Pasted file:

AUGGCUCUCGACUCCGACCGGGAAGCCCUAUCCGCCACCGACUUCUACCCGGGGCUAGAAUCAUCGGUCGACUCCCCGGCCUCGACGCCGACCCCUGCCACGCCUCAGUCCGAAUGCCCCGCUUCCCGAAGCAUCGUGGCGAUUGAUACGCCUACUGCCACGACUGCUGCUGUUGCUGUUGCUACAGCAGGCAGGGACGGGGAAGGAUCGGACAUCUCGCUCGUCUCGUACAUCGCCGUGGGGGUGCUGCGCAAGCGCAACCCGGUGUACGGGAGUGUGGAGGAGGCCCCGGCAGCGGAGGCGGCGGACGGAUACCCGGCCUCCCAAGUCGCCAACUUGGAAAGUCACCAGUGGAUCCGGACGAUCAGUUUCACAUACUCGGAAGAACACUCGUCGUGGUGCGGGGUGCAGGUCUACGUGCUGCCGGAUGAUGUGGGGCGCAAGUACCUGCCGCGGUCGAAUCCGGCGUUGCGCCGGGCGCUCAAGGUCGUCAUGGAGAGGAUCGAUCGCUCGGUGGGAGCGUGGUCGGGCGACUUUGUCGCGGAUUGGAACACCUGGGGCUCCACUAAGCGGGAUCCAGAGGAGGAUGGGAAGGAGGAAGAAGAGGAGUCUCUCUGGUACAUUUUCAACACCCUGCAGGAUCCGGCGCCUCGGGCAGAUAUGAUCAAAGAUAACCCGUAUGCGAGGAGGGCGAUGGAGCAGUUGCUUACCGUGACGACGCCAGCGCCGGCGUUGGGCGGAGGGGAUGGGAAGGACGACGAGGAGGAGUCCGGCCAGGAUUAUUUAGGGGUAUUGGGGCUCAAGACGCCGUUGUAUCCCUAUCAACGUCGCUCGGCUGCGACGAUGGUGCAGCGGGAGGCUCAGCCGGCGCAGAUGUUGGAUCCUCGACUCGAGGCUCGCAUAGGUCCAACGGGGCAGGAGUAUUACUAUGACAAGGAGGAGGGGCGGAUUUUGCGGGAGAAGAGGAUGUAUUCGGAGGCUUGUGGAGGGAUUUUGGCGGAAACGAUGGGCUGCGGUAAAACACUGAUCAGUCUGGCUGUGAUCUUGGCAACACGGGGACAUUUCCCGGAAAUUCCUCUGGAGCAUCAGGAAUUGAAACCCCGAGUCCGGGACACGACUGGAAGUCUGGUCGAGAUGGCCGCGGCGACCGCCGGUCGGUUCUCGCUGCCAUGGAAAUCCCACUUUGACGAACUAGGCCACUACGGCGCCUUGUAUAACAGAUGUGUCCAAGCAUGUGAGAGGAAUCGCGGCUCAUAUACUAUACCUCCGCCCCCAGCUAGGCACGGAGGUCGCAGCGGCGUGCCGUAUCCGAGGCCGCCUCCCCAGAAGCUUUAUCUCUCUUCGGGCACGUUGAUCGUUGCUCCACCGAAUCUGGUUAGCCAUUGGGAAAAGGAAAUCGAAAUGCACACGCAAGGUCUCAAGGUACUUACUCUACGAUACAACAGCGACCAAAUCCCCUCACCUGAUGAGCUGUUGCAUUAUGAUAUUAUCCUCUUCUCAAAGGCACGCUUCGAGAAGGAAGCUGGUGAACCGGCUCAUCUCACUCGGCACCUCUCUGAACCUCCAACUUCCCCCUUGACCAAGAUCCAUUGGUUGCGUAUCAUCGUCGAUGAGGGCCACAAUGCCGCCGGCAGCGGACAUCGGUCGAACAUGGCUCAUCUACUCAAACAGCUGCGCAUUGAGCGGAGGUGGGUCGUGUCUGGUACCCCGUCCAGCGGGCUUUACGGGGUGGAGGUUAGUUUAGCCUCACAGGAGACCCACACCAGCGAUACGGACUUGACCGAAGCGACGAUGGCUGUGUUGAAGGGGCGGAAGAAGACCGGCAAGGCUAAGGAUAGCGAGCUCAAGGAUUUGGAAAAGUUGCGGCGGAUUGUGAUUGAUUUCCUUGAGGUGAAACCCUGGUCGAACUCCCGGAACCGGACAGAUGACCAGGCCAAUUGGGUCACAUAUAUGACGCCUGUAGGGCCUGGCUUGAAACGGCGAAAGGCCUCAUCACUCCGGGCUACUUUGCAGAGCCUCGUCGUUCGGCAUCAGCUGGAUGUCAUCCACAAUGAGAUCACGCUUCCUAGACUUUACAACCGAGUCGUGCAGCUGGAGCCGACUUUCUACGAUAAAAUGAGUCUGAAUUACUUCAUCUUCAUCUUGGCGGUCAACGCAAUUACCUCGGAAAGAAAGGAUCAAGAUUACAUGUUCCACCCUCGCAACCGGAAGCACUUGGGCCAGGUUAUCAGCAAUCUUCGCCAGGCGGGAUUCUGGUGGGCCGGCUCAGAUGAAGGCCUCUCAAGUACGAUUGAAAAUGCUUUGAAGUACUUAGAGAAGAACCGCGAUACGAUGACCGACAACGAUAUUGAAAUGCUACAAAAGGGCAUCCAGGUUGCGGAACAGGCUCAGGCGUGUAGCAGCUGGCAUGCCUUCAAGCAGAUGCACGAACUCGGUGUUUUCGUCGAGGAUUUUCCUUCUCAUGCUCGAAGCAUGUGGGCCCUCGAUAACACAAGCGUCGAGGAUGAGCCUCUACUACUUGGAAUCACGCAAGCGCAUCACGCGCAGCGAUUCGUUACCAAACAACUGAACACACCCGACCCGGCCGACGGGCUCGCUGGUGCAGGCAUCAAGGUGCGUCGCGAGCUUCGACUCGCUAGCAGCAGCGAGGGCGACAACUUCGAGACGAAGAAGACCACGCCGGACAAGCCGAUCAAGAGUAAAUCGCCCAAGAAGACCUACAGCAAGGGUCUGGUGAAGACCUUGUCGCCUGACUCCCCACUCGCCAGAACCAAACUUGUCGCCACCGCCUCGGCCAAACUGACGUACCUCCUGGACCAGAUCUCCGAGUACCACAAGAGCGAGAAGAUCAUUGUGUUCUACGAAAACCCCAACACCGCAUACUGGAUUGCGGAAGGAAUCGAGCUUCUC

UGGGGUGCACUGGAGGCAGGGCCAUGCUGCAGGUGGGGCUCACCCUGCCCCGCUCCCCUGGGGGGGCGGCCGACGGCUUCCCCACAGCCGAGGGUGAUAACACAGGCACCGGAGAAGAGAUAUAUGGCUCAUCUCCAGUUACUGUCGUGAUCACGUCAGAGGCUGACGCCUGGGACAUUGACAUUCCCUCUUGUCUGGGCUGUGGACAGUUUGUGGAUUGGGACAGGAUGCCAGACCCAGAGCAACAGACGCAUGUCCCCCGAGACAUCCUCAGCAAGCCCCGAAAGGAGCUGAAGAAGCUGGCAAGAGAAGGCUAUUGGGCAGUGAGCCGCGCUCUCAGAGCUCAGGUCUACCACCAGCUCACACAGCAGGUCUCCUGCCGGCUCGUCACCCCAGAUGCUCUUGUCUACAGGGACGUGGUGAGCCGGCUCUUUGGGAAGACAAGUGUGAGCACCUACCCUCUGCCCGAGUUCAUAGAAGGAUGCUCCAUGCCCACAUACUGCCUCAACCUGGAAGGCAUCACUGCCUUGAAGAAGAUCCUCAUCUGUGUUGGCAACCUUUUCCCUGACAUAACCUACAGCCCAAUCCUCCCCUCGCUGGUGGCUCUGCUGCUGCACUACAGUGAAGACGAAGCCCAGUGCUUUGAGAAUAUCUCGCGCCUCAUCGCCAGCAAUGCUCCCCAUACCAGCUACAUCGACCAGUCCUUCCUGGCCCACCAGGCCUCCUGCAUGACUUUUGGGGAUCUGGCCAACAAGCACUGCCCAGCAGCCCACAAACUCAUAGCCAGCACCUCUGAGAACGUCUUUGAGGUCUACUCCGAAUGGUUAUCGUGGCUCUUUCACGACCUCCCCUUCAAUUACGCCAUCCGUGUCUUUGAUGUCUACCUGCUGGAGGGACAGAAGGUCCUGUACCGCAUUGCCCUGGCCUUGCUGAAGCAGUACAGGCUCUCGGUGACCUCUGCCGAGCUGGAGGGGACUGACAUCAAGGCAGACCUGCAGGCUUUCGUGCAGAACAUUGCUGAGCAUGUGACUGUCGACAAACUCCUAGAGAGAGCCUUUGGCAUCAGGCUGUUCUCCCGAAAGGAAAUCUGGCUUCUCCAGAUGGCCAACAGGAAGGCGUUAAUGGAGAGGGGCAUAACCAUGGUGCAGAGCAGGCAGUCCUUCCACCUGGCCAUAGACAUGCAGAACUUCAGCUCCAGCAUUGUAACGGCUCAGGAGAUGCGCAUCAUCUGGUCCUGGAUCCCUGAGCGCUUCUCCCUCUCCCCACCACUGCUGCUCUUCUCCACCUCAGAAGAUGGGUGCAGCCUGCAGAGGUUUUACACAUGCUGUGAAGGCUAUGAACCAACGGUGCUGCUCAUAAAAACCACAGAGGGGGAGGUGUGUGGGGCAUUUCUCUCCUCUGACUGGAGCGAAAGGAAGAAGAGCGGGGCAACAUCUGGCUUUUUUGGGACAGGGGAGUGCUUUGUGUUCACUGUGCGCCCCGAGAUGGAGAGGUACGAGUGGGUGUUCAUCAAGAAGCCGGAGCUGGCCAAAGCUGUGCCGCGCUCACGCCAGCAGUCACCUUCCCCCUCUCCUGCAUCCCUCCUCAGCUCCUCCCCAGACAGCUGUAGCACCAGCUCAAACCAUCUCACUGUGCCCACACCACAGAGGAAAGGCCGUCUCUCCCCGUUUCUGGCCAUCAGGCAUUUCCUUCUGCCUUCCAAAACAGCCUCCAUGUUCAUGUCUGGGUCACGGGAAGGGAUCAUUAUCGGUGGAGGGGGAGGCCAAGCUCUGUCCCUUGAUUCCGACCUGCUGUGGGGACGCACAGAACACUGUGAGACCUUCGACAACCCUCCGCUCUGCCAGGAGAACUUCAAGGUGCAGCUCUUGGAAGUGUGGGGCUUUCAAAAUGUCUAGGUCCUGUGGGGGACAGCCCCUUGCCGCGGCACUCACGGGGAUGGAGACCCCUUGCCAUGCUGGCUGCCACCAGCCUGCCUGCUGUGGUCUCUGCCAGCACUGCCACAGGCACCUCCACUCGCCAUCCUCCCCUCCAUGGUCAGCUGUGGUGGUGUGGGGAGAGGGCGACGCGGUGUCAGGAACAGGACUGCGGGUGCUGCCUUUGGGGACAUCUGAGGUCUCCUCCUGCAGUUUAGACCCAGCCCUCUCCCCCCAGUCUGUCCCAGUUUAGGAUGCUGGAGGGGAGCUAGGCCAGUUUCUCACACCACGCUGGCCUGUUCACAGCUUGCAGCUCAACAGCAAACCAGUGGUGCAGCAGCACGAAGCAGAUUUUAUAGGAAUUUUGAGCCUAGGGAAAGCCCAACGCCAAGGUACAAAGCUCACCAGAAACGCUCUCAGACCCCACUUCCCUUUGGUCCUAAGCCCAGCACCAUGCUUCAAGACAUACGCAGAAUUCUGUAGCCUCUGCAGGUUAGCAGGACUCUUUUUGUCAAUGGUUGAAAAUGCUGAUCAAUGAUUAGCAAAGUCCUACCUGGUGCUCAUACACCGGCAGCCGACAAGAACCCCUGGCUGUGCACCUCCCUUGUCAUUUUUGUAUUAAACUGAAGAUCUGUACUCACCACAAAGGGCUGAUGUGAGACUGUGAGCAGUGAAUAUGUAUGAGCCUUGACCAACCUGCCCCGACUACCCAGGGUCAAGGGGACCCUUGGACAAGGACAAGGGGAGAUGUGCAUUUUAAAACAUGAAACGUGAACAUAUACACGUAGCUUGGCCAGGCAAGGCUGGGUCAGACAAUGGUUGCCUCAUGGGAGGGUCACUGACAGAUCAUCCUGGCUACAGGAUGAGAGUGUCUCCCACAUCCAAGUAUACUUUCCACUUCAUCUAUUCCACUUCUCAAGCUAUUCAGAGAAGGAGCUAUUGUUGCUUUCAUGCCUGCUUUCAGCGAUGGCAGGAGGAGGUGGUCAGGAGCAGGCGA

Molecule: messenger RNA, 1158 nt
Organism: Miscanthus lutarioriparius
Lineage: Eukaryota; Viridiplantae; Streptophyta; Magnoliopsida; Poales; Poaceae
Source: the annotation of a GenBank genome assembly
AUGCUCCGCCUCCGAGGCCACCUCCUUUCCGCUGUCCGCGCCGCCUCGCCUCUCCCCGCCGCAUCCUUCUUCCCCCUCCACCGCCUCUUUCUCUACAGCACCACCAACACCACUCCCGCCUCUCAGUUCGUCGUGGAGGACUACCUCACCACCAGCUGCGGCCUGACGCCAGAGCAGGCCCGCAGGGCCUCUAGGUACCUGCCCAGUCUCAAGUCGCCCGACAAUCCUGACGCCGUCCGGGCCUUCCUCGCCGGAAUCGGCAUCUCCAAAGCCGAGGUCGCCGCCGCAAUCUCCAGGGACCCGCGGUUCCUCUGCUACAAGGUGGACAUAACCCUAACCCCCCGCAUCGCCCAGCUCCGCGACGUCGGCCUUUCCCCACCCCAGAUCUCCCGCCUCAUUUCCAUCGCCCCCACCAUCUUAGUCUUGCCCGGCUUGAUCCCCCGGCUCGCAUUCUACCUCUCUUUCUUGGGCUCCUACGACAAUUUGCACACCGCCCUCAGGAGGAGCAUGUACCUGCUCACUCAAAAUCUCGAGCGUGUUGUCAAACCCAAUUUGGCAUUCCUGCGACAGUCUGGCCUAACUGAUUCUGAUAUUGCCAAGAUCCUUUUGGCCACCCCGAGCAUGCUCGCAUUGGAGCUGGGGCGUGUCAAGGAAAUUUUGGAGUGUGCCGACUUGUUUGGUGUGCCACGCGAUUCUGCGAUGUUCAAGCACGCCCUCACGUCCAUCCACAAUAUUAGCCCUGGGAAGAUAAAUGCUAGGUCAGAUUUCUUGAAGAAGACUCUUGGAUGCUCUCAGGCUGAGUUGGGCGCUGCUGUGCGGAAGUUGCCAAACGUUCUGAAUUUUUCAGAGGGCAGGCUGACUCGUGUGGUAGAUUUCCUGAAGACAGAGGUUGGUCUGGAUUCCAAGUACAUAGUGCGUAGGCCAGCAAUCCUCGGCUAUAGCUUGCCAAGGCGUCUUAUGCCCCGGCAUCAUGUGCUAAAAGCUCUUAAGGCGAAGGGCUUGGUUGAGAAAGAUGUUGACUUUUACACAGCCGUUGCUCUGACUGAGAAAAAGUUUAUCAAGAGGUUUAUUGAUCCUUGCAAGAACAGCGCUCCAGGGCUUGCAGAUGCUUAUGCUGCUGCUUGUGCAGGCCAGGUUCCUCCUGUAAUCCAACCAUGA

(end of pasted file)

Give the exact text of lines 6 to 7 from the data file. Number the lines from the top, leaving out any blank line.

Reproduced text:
Source: the annotation of a GenBank genome assembly
AUGCUCCGCCUCCGAGGCCACCUCCUUUCCGCUGUCCGCGCCGCCUCGCCUCUCCCCGCCGCAUCCUUCUUCCCCCUCCACCGCCUCUUUCUCUACAGCACCACCAACACCACUCCCGCCUCUCAGUUCGUCGUGGAGGACUACCUCACCACCAGCUGCGGCCUGACGCCAGAGCAGGCCCGCAGGGCCUCUAGGUACCUGCCCAGUCUCAAGUCGCCCGACAAUCCUGACGCCGUCCGGGCCUUCCUCGCCGGAAUCGGCAUCUCCAAAGCCGAGGUCGCCGCCGCAAUCUCCAGGGACCCGCGGUUCCUCUGCUACAAGGUGGACAUAACCCUAACCCCCCGCAUCGCCCAGCUCCGCGACGUCGGCCUUUCCCCACCCCAGAUCUCCCGCCUCAUUUCCAUCGCCCCCACCAUCUUAGUCUUGCCCGGCUUGAUCCCCCGGCUCGCAUUCUACCUCUCUUUCUUGGGCUCCUACGACAAUUUGCACACCGCCCUCAGGAGGAGCAUGUACCUGCUCACUCAAAAUCUCGAGCGUGUUGUCAAACCCAAUUUGGCAUUCCUGCGACAGUCUGGCCUAACUGAUUCUGAUAUUGCCAAGAUCCUUUUGGCCACCCCGAGCAUGCUCGCAUUGGAGCUGGGGCGUGUCAAGGAAAUUUUGGAGUGUGCCGACUUGUUUGGUGUGCCACGCGAUUCUGCGAUGUUCAAGCACGCCCUCACGUCCAUCCACAAUAUUAGCCCUGGGAAGAUAAAUGCUAGGUCAGAUUUCUUGAAGAAGACUCUUGGAUGCUCUCAGGCUGAGUUGGGCGCUGCUGUGCGGAAGUUGCCAAACGUUCUGAAUUUUUCAGAGGGCAGGCUGACUCGUGUGGUAGAUUUCCUGAAGACAGAGGUUGGUCUGGAUUCCAAGUACAUAGUGCGUAGGCCAGCAAUCCUCGGCUAUAGCUUGCCAAGGCGUCUUAUGCCCCGGCAUCAUGUGCUAAAAGCUCUUAAGGCGAAGGGCUUGGUUGAGAAAGAUGUUGACUUUUACACAGCCGUUGCUCUGACUGAGAAAAAGUUUAUCAAGAGGUUUAUUGAUCCUUGCAAGAACAGCGCUCCAGGGCUUGCAGAUGCUUAUGCUGCUGCUUGUGCAGGCCAGGUUCCUCCUGUAAUCCAACCAUGA